Last night, Justin Trudeau’s Liberal Party took power in the Canadian federal election. It was an astonishing victory. In 2011 the Liberals won only 34 seats, their worst ever performance, which left them trailing both the Conservatives and the New Democratic Party (NDP). This year they took 184 (out of 338). It’s the first time since 1925 that a party has gone from third to first place in a single election cycle. And it’s the first time ever that a third-placed party has gone on to form a majority government in the next election. Two months ago, the Liberals trailed both the NDP and the Conservatives in the polls. Last night, they took 8 per cent more of the popular vote than the Conservatives, and 20 per cent more than the NDP.

The election draws a line under ten years of Conservative government in Canada. Stephen Harper resigned as leader after his party’s defeat. As prime minister, he came to be seen by many Canadians as secretive, autocratic and cruel. He attacked charities that took political positions (such as suggesting austerity was linked to poverty). He silenced scientists who wanted to talk about climate change. He cancelled the long-form census and often refused to take questions from reporters. He ran an undignified and divisive election campaign that focused on such issues as a woman’s right to wear the niqab at citizenship ceremonies.

Yet he has left his party in a much stronger position than the Progressive Conservatives were when they lost power to the Liberals in 1993, going from 156 seats to two. The separatist Bloc Québécois became the official opposition, and the Liberals dominated the country until Harper united the fractured Canadian right and won back power in 2006. The Conservatives now have 99 seats, and poll numbers suggest that their base, for the most part, remains loyal. It would be a surprise to see the Conservatives descend into the disarray of the 1990s, but it’s telling that there isn’t a single standout candidate for the leadership.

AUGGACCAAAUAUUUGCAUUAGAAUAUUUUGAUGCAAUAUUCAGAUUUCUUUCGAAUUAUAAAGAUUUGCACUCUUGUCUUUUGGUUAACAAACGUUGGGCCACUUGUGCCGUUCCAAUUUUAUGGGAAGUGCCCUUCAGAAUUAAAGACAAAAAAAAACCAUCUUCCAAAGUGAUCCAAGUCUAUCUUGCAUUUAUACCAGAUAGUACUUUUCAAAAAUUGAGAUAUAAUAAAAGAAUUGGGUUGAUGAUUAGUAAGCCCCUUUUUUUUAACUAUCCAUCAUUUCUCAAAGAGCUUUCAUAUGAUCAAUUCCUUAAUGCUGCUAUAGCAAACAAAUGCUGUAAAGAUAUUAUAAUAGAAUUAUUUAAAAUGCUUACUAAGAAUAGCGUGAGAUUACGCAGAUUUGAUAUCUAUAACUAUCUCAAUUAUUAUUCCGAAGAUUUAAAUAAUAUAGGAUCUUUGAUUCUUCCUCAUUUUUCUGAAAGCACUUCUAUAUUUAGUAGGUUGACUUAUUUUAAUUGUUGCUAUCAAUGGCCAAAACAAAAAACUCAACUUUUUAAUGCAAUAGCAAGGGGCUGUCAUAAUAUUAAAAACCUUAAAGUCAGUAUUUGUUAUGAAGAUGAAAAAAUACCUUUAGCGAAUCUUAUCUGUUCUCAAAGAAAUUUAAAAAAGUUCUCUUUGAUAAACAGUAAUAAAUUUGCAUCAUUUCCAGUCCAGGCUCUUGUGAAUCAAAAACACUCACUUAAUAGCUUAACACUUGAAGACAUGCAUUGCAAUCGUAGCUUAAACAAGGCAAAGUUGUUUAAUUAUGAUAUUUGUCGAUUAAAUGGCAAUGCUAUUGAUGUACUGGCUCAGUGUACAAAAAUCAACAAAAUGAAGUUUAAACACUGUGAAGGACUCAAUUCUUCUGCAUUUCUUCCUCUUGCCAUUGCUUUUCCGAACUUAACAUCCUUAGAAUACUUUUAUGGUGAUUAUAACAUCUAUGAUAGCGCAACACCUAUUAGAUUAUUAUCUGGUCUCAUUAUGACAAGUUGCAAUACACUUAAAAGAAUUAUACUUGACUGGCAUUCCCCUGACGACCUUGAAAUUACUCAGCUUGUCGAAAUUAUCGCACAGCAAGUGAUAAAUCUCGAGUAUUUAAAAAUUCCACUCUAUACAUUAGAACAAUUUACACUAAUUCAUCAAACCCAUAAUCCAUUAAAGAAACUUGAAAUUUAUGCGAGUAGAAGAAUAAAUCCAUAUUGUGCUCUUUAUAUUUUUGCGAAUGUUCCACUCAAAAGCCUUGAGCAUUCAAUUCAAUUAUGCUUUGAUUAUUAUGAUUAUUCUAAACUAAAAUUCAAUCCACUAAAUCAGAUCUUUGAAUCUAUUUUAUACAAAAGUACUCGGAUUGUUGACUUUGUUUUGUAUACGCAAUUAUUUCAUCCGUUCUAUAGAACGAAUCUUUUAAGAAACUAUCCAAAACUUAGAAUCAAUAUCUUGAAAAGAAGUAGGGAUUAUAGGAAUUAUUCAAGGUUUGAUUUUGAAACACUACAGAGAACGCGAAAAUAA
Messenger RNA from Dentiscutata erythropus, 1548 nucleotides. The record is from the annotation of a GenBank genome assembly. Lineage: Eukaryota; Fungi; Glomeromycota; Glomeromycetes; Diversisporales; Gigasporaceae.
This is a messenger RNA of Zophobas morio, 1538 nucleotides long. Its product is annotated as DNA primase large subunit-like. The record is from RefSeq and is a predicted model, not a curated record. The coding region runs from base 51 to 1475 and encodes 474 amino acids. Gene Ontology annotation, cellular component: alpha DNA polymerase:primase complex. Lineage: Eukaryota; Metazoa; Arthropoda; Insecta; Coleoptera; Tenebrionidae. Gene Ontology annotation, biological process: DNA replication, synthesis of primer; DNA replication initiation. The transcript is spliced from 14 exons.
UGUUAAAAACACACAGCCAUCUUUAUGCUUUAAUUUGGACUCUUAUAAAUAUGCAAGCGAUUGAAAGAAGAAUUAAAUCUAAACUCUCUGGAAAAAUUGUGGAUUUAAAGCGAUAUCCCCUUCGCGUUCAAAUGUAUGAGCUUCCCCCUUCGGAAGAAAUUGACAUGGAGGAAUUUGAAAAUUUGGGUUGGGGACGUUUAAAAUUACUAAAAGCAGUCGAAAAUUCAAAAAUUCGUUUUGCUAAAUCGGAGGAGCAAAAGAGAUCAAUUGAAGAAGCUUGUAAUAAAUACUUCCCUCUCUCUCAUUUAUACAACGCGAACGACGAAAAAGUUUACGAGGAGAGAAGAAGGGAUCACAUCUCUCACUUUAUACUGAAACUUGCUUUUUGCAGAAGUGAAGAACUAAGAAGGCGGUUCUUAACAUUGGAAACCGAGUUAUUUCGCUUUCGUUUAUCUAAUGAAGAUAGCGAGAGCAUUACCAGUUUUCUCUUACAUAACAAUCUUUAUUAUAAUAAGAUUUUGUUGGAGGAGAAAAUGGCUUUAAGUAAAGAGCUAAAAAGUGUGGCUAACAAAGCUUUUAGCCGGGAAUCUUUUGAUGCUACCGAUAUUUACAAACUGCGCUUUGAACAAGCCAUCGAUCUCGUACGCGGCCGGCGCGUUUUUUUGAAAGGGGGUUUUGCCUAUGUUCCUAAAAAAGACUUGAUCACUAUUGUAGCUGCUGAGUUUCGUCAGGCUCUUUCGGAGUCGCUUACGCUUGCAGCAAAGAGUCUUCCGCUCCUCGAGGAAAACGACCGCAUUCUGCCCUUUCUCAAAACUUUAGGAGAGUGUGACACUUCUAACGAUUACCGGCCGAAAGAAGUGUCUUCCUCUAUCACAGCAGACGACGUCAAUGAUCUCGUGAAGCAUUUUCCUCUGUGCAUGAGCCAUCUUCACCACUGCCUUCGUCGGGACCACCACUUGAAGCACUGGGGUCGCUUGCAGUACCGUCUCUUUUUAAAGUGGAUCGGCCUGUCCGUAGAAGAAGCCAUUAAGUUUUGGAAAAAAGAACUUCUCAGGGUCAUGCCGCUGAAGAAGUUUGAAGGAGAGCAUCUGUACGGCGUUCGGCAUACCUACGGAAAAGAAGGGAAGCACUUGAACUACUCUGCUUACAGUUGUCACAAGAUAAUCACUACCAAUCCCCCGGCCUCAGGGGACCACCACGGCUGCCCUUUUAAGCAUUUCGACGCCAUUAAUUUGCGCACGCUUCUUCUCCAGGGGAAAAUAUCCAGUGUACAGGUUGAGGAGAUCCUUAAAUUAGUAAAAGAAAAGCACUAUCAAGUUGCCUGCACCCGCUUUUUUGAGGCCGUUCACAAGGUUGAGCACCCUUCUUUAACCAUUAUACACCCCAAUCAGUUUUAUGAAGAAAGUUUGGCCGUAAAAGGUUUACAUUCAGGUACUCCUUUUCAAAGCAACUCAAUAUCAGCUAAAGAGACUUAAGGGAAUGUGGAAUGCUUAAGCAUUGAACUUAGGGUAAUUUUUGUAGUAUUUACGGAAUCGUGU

Trudeau won in part because of the way he differentiated himself from Harper during the campaign. In opposition, he had voted for the government’s anti-terrorism legislation and so-called Zero Tolerance for Barbaric Practices Act. But on the stump he promised to run deficits to fund infrastructure spending and to raise taxes for the wealthiest Canadians, both of which the NDP’s Thomas Mulcair refused to countenance. Trudeau also benefited from an NDP crash, especially in Quebec, in the wake of the Conservatives’ anti-niqab rhetoric (Mulcair defended a woman's right to wear the niqab during citizenship ceremonies; polls indicated that 93 per cent of people in Quebec supported a ban). A large number of Liberal gains came at the expense of the NDP, who dropped from 103 to 44 seats (still their second highest total in history, which suggests 2011 might have been a blip, not a sign of things to come).

There’s a danger here for Trudeau. The strongest movement on the left of Canadian politics was less pro-Trudeau than anti-Harper. When the NDP started to slide, the anti-Harper vote rallied behind the Liberals. Trudeau may well find that his stock of public good will is lower than his seat count suggests. The good news here is that it may force him to take Canadian politics in a new direction in order to satisfy the anti-Harper movement and entrench his own support. The bad news is that he has made a lot of promises, and may have less time than he thinks to start delivering.